We end the interview with understanding the role of society and with a hope that by 2050 we are running on pure hydrogen. Overall, I found our conversation fascinating for understanding what are the new technological – and even policy – challenges for companies producing the machinery that is now powering our energy system today and tomorrow.

The Carbon Storm of 2021: Energy shortages and high prices — Michael LaBelle (Ep. 39)

We can speak of the ‘Carbon Storm of 2021’ which reflects the new reality of Climate Capitalism, which Michael spoke about in episode 31. We are now paying the price of the energy transition, and how consumers, governments and industry react and work together to make this transition will also determine the price we pay in the short and the long-term.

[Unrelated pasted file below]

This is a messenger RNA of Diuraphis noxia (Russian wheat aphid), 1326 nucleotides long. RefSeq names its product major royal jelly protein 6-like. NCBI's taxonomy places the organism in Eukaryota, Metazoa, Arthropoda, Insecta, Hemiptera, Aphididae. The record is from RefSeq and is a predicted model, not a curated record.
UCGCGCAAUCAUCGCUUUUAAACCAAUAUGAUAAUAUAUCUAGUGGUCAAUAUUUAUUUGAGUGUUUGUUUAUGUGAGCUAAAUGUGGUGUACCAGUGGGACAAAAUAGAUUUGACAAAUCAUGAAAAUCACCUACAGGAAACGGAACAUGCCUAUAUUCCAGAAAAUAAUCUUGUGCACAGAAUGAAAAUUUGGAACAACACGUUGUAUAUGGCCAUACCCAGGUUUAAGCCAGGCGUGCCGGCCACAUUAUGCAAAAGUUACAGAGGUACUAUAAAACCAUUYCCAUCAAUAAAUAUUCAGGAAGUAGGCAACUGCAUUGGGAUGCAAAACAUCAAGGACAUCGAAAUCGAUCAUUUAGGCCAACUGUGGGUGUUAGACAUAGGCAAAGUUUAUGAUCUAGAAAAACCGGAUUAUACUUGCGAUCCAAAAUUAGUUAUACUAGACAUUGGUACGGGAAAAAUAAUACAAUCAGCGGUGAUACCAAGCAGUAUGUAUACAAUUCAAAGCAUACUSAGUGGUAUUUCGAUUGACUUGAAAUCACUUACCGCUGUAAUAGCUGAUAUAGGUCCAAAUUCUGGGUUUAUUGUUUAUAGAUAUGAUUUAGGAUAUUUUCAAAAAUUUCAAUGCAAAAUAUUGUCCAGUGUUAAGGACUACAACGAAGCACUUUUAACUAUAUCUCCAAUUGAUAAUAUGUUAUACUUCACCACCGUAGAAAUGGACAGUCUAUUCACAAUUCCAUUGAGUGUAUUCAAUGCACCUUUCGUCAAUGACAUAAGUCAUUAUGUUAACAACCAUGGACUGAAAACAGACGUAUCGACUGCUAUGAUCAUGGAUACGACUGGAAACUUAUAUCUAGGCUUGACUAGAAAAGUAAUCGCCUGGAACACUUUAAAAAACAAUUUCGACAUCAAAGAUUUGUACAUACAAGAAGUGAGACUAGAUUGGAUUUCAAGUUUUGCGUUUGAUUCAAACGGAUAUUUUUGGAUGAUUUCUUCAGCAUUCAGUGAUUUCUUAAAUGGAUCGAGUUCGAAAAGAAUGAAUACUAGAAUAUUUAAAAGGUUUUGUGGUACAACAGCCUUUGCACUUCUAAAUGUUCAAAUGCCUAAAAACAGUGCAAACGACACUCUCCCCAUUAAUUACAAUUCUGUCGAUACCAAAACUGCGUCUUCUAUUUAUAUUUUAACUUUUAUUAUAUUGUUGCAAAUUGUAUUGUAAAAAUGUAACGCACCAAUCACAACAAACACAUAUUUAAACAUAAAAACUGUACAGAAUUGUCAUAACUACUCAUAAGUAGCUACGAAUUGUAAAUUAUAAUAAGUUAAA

Extracting value from a coal phase-out — Gireesh Shrimali (Ep. 38)

This week we speak with Gireesh Shrimali, Precourt Scholar at the Sustainable Finance Initiative at Stanford University. He is also an adjunct professor at Johns Hopkins University and involved in the Climate Investment Funds.

One of the key takeaways from our conversation is the idea of Value at Risk and the inter-relationship with transition risk. Gireesh’s examination of risk essential for understanding how we accelerate an energy transition. We begin to discuss this halfway through, and it is an essential concept for managers to understand when assess the value of their asset portfolio. It is also important to understand how established technologies, like solar and wind, are already undermining coal and gas.